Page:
With a dominant performance here, an unexpectedly strong showing in New Hampshire eight days later and victories in South Carolina and many of the Super Tuesday states on March 1, he could also quickly become something else: the de facto party nominee.

If Cruz does win Iowa, do well in New Hampshire, and then win South Carolina, the gnashing of teeth among Republicans will grow very loud.

* ADMINISTRATION UNDER FIRE OVER DEPORTATION RAIDS: Politico’s Seung Min Kim has a good overview of the increasing tensions between the Obama administration and immigration advocates who are furious over its stepped-up deportation raids. Note:

The raids are also putting Democrats in a political squeeze between advocates and their liberal base, which abhors the raids and an administration that is defending them….advocates said there will likely be increasing pressure on Democratic lawmakers to rebuke the Obama administration over the raids.

Hillary Clinton has handled this cautiously, expressing little more than “concern” over the raids, but that position may not remain tenable for much longer.

* HILLARY HAS THE SOUTH LOCKED UP: The Post’s James Hohmann has a useful look at how Hillary Clinton is laying the groundwork to prevail over Bernie Sanders in a number of southern states, should Bernie Sanders win one or both of Iowa and New Hampshire. The short version is that Clinton has locked up the backing of virtually all the southern Democratic establishment — including key African American officials.

To be sure, if Sanders wins both early contests, that could dramatically shift things in his favor elsewhere. But if he only wins New Hampshire, she will likely be able to prevail by racking up wins in the later contests.

* RECORD AUTO SALES LAST YEAR: U.S. drivers bought more cars last year than ever, despite the auto industry being in deep trouble only five years ago:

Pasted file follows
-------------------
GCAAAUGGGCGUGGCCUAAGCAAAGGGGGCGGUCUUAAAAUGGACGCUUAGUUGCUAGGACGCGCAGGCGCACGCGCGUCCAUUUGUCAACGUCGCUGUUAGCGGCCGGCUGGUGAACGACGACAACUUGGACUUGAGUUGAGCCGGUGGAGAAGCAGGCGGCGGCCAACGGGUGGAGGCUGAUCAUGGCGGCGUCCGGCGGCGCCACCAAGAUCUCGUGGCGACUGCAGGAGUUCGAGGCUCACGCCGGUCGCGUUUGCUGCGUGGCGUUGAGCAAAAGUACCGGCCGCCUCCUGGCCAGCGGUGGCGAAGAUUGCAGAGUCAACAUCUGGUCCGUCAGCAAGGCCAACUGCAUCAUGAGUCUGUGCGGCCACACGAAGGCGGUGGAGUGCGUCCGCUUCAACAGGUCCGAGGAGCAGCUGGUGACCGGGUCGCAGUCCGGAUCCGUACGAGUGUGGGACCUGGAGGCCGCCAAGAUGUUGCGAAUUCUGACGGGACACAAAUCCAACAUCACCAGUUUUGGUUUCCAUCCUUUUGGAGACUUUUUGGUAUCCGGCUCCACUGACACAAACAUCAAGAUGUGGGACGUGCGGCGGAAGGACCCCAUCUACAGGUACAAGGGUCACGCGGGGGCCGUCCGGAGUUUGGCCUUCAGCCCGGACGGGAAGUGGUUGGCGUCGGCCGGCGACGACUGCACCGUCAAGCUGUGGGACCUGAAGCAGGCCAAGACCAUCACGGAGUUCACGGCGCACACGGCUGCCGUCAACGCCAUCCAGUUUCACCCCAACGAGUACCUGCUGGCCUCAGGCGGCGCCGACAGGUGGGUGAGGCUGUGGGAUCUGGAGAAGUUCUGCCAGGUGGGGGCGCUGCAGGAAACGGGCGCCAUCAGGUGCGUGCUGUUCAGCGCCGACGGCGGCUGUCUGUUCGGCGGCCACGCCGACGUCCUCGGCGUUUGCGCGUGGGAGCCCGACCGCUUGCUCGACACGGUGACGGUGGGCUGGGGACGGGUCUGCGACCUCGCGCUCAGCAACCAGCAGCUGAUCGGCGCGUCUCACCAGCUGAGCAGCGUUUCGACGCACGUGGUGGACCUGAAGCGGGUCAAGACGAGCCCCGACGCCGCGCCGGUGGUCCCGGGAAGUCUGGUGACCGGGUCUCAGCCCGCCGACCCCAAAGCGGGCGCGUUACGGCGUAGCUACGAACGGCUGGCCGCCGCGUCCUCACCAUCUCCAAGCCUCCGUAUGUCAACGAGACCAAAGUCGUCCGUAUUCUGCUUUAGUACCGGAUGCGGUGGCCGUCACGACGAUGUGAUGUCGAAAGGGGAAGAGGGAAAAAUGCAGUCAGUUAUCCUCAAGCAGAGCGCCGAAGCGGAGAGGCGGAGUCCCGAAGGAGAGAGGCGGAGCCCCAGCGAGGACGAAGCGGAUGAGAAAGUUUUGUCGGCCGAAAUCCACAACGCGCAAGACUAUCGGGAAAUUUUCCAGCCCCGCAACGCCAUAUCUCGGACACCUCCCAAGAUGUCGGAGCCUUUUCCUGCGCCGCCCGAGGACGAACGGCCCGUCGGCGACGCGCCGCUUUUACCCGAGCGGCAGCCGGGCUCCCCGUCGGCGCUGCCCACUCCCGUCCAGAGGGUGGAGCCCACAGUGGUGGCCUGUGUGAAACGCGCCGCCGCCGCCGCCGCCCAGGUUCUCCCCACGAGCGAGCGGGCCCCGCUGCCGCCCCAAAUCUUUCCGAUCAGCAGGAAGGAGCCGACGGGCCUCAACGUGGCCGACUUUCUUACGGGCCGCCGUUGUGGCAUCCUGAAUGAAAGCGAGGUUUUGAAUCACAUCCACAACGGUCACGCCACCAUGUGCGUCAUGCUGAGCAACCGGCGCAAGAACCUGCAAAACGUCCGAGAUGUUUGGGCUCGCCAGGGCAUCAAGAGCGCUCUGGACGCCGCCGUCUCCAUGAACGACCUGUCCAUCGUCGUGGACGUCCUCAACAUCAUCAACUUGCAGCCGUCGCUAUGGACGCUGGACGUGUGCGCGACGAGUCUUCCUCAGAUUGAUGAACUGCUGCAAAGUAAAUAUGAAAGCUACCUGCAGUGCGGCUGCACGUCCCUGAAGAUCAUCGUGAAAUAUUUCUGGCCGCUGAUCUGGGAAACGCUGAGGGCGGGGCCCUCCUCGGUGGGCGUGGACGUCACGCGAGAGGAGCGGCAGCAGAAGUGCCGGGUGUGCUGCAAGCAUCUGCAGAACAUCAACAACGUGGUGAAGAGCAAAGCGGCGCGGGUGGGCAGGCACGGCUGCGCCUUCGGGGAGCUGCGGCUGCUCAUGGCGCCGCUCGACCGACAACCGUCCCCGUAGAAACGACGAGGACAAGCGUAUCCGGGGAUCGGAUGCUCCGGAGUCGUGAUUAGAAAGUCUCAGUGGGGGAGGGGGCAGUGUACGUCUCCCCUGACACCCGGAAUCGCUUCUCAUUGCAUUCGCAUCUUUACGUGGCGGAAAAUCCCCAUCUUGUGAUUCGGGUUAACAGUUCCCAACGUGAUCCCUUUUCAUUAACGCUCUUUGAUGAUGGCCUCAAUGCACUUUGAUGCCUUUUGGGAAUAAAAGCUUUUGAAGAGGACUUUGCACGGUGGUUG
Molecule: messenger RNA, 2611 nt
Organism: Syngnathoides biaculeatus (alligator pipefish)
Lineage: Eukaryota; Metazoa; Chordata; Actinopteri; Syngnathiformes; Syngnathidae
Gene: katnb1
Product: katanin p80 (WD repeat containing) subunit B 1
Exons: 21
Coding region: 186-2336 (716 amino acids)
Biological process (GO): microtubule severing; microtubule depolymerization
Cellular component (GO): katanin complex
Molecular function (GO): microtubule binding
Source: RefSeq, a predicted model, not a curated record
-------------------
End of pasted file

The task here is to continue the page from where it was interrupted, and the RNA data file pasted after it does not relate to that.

About 17.5 million cars and trucks were sold last year, automakers said Tuesday, overtaking the 17.3 million sales in 2000 and far outpacing the 10.4 million sales in 2009, when taxpayers paid billions to bail out the bedrock of America’s automotive might….the record-setting year has…given fuel to the Obama administration’s argument that the auto bailout helped carmakers survive.

I’m so old I can remember when the last GOP presidential nominee attacked Obama’s auto-bailout while simultaneously trying to take credit for the industry’s recovery.


House Republicans will start listening sessions Thursday to discuss a measure authorizing the use of military force against the Islamic State in Iraq and Syria, The Hill has learned…The sessions will be among Republican members of the [House Foreign Affairs Committee} for now. They are intended to gauge what Republicans would like to see in a new AUMF, and not to produce a concrete proposal.

The reason Congress has not voted on the war is that Republicans want open ended warmaking authority for the president (or the next president, anyway), while Democrats want a limited mission. But the fact that these divisions are difficult is no excuse not to vote.

* AND THE ‘NEW’ GOP AGENDA INCLUDES…REPEALING OBAMACARE: Today the House, under the new leadership of Paul Ryan, is expected to pass an Obamacare repeal bill, and CNN’s Deirdre Walsh observes:

With the presidential campaign kicking into high gear, Ryan has said his 2016 plan is largely about drawing a contrast with Democrats and delivering a blueprint for the eventual Republican nominee to pick up and use as a platform once the party coalesces around a candidate later this year.

So in this “contrast,” Democrats stand for keeping and improving Obamacare, while Ryan’s new GOP “blueprint” would repeal it and replace it with nothing…er, sorry, with that alternative that Ryan promises to roll out one of these days.